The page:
McKibbin’s Scribblin’s: Look to the past for a future
Back in the day, I seem to recall one high school class I paid more attention to than some others was history. And I still find history compelling.
I like reading about the struggles and lifestyles of our forbearers, what it was like living in a time when even running water and electricity were rare luxuries. I guess there’s always a certain romantic tint, if you will, to the good ol’ days.
I’ve been reminded of this once again over the last several weeks, as I started to read “Rifle Shots,” the story of our fair city from its founding through some of its growth. Since I wasn’t born and raised here, but do consider Rifle my home, it’s fun to read about how our community came to be and recognize a few names of founding families who’s future generations are still around today.
And, after talking to the new owners of The Gateway Lodge, formerly the Winchester Hotel, and the Budget Star Motel, formerly the Buckskin Inn, I wonder if our local history might help us in our current troubled economy. Both of them said they’ve been struggling to fill rooms, since the natural gas industry is in a shrinking instead of expanding mode.
What else could we turn to to get more people to visit and stay in Rifle?
Maybe the answer is our past.
How about heritage and agritourism? Sound like fancy marketing buzzwords, don’t they? But, as I started to research this, it made some sense, and I wouldn’t doubt others have had this same idea and probably know more about it than yours truly. But here’s what I found in my brief online research.
The National Trust for Historic Preservation defines heritage tourism as “traveling to experience the places and activities that authentically represent the stories and people of the past. Heritage tourism helps make historic preservation economically viable by using historic structures and landscapes to attract and serve travelers. Heritage tourism can be an attractive economic revitalization strategy, especially as studies have consistently shown that heritage travelers stay longer and spend more money than other kinds of travelers. As an added bonus, a good heritage tourism program improves the quality of life for residents as well as serving visitors.”
Sounds like this might just be up Rifle’s alley, right?
In a 2006 Colorado Heritage Tourism Enhancement executive summary, the study noted that “museums, cultural institutions, scenic byways, uninterrupted vistas, physical remnants of past communities—historic towns, ranches and farms, worksites where miners, railroaders and others toiled, and the silent remains of ancient societies—all offer ways for visitors to steep themselves in Colorado’s rich heritage. Tending these heritage resources reinforces Colorado’s distinctive character. Sharing them with visitors offers Centennial state residents and their communities real economic benefits.”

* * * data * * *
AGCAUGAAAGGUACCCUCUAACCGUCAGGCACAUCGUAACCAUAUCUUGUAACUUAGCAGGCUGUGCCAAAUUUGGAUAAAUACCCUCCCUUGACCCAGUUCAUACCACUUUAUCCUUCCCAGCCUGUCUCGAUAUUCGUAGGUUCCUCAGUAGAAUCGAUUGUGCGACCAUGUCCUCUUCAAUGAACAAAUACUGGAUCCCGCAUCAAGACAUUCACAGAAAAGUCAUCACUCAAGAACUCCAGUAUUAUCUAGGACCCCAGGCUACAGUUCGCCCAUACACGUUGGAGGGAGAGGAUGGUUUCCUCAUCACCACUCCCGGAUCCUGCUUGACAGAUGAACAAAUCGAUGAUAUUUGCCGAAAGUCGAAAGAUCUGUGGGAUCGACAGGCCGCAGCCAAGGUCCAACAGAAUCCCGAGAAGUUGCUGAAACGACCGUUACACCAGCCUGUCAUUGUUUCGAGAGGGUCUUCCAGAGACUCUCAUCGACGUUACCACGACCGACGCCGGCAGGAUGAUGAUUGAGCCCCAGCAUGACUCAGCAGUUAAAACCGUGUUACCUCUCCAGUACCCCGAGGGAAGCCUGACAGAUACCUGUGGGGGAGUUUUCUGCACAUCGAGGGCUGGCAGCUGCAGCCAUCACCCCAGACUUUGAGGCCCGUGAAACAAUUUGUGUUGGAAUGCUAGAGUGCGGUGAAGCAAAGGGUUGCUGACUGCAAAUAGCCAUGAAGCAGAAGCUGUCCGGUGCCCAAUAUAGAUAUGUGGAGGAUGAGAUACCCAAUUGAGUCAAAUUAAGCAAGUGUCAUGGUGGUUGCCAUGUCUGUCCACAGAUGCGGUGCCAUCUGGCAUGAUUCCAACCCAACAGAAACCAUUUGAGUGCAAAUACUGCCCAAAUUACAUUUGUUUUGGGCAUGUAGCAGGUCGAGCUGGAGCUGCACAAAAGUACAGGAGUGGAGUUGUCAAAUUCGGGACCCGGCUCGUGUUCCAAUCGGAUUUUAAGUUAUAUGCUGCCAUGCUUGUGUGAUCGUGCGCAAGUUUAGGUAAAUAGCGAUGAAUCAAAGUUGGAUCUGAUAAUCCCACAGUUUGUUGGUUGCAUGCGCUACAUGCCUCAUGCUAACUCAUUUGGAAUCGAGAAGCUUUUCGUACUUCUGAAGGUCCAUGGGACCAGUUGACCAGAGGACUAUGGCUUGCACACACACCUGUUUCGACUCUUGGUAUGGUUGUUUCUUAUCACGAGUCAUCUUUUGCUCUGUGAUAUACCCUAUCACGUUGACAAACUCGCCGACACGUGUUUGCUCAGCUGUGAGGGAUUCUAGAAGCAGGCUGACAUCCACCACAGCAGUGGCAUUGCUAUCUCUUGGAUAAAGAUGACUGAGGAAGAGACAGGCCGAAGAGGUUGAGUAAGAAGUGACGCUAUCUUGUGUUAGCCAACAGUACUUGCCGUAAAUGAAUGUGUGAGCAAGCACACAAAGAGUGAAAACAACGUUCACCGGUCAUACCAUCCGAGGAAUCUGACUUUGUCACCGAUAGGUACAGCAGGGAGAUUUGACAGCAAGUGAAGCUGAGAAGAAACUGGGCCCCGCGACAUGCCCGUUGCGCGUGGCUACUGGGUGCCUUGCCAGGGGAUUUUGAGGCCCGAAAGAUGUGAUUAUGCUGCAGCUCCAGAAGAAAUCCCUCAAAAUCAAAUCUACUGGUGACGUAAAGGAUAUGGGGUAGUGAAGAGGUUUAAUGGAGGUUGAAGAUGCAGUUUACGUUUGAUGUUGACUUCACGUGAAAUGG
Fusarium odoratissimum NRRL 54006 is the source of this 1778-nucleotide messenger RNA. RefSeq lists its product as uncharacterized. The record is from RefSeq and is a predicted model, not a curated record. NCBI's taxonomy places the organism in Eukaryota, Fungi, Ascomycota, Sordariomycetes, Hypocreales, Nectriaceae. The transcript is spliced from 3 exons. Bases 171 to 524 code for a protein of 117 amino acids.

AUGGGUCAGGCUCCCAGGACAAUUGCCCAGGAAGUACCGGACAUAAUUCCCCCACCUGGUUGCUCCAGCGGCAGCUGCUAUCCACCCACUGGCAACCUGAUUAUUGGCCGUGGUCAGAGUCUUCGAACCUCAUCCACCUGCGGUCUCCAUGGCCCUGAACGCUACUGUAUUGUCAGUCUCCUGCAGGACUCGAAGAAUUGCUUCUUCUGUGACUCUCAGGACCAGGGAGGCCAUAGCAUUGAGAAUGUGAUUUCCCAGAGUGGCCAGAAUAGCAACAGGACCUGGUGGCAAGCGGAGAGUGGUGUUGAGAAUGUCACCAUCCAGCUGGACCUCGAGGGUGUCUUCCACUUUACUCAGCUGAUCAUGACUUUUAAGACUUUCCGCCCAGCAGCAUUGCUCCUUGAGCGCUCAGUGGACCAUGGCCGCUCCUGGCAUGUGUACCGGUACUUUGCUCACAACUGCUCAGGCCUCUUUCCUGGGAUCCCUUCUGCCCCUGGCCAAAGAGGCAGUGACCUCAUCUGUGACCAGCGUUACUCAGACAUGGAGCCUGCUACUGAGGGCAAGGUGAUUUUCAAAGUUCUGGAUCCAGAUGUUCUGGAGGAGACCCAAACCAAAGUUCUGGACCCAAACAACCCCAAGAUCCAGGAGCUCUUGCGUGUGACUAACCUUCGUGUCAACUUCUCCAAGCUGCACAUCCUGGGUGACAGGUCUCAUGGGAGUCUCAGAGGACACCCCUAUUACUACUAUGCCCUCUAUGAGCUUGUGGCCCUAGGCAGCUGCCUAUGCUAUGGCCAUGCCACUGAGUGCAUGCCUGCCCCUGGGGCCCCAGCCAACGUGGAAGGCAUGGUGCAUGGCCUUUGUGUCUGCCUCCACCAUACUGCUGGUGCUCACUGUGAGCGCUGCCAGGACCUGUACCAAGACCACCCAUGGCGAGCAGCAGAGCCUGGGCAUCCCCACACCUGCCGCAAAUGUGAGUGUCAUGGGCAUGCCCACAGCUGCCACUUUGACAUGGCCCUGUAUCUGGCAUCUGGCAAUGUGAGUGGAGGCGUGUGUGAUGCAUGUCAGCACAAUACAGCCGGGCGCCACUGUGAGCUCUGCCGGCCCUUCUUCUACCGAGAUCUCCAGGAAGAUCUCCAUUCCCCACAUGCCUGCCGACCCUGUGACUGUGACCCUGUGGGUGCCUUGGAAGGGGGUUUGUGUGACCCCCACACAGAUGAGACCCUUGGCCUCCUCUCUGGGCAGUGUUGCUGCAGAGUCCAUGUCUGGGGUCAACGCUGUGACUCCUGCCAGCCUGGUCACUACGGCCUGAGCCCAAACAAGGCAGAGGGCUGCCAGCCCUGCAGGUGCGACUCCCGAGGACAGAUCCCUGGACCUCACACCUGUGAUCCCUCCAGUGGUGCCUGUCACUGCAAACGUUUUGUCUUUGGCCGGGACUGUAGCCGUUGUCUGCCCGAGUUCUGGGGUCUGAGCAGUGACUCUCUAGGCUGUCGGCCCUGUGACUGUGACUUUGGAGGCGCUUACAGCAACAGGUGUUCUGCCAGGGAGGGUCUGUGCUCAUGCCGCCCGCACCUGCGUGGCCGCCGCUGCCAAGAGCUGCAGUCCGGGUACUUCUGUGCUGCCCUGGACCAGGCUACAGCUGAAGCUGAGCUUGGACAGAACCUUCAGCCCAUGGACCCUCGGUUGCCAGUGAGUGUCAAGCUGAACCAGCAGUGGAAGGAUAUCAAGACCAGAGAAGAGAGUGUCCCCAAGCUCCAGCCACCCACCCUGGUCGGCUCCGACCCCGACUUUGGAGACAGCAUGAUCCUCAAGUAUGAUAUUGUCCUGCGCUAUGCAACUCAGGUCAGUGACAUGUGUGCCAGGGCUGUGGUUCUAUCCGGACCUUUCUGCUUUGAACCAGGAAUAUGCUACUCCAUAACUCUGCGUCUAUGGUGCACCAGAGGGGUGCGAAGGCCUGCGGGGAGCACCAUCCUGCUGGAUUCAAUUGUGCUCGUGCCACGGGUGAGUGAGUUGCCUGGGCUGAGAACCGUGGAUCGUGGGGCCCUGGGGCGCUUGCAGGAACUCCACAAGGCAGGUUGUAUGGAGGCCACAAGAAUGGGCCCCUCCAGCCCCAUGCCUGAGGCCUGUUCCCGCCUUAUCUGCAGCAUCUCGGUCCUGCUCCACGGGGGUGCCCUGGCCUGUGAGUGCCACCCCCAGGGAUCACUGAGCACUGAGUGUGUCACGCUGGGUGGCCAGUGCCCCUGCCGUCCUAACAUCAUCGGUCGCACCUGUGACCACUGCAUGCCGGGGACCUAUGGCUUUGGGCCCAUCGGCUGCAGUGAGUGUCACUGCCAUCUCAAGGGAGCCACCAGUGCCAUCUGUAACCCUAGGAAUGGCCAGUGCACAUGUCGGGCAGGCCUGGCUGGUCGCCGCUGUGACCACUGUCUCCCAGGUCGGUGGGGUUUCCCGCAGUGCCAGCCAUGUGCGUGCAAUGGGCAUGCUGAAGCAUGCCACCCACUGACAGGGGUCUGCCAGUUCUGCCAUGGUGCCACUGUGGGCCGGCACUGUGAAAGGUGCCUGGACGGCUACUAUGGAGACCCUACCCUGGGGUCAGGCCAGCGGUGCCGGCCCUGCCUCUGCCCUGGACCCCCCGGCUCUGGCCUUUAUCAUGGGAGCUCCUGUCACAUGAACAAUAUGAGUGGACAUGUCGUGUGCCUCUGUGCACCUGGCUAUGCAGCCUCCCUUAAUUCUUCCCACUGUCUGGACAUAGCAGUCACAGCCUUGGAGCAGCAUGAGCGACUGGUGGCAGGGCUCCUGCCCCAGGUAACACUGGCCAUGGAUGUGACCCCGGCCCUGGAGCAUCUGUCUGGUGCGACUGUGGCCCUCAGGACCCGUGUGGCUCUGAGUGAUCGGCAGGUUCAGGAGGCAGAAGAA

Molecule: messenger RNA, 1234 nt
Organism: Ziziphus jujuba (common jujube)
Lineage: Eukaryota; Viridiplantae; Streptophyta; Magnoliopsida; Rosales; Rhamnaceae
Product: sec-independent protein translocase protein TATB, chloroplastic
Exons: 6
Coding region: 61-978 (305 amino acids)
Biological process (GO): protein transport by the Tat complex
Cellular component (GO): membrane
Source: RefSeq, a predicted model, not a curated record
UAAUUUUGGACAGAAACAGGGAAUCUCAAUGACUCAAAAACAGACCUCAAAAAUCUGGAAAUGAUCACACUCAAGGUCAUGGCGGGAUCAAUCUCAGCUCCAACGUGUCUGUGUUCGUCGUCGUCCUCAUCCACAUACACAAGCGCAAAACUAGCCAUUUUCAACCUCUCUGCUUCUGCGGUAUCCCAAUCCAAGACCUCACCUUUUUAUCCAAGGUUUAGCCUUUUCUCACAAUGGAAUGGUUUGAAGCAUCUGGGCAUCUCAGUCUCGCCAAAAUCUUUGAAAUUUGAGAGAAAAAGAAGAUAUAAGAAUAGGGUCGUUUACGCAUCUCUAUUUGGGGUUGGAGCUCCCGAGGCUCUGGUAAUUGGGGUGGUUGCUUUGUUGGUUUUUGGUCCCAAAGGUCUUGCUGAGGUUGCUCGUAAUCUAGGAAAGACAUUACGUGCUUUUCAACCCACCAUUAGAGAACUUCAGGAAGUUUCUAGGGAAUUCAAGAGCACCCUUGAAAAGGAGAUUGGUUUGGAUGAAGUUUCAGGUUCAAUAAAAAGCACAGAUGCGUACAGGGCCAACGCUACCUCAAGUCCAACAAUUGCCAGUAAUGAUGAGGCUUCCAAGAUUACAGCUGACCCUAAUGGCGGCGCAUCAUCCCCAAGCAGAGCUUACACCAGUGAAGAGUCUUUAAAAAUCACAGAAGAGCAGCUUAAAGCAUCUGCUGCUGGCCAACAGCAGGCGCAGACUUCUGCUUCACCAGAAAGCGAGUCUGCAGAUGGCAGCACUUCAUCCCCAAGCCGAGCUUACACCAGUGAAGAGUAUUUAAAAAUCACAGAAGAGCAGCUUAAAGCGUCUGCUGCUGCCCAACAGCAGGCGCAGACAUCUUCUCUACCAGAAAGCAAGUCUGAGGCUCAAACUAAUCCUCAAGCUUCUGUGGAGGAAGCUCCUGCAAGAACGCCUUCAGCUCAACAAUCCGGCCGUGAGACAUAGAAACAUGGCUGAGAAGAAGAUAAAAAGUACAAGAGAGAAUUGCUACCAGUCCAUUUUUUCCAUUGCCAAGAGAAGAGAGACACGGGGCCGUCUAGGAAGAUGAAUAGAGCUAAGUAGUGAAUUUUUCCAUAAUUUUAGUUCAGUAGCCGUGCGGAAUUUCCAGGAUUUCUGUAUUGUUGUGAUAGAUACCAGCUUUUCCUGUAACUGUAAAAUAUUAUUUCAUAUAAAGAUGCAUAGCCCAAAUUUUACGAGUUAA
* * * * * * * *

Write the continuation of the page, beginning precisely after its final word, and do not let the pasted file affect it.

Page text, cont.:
The summary also noted heritage travelers “make up a healthy share of Colorado’s visitors and represent some of the most desirable tourists available; by spending money in localities off the beaten track, heritage travelers help spread economic benefits to rural areas.”
The Colorado Tourism Office reported that in 2012, total visitor spending – not just heritage visitors, total visitors – in Colorado reached $16.7 billion, generating $918 million in state and local taxes and more than 141,000 jobs.
The office’s heritage and agritourism program, with more than $1.8 million in funds, works to promote Colorado’s heritage tourism assets. And, with the Colorado Department of Agriculture, the office began an agritourism program to showcase Colorado’s agriculture roots and current opportunities for visitors to experience agriculture in the state.
“Rifle Shots” talks a lot about the farmers and ranchers who helped settle the area and how they made a living growing crops and raising livestock. Wouldn’t it make sense to let visitors get a sense of what that was like? Places like the Silt Historical Park, the Rifle Creek Museum, along with groups like the Rifle Historical Society, could help make this happen with their expertise and familiarity with local history.
I know this all comes down to money, of course. And in this down economy, there is no pile of coins at the rainbow, waiting to be used. But the heritage tourism program offers grants to help make regional projects a reality, although applicants have to come up with at least a quarter of the total project budget themselves. The Colorado Historical Fund, which distributes grants to historic preservation projects statewide, receives 22.4 percent of total statewide gaming tax revenues each year.
This would be a gradual thing, naturally. There are no overnight fixes to situations or problems like an economic slump. But don’t you think it would be a nice feather in Rifle’s cap if we could offer visitors a slice of old-time life in Colorado?
We just need to move forward, into our past.
Mike McKibbin is the editor of The Citizen Telegram.
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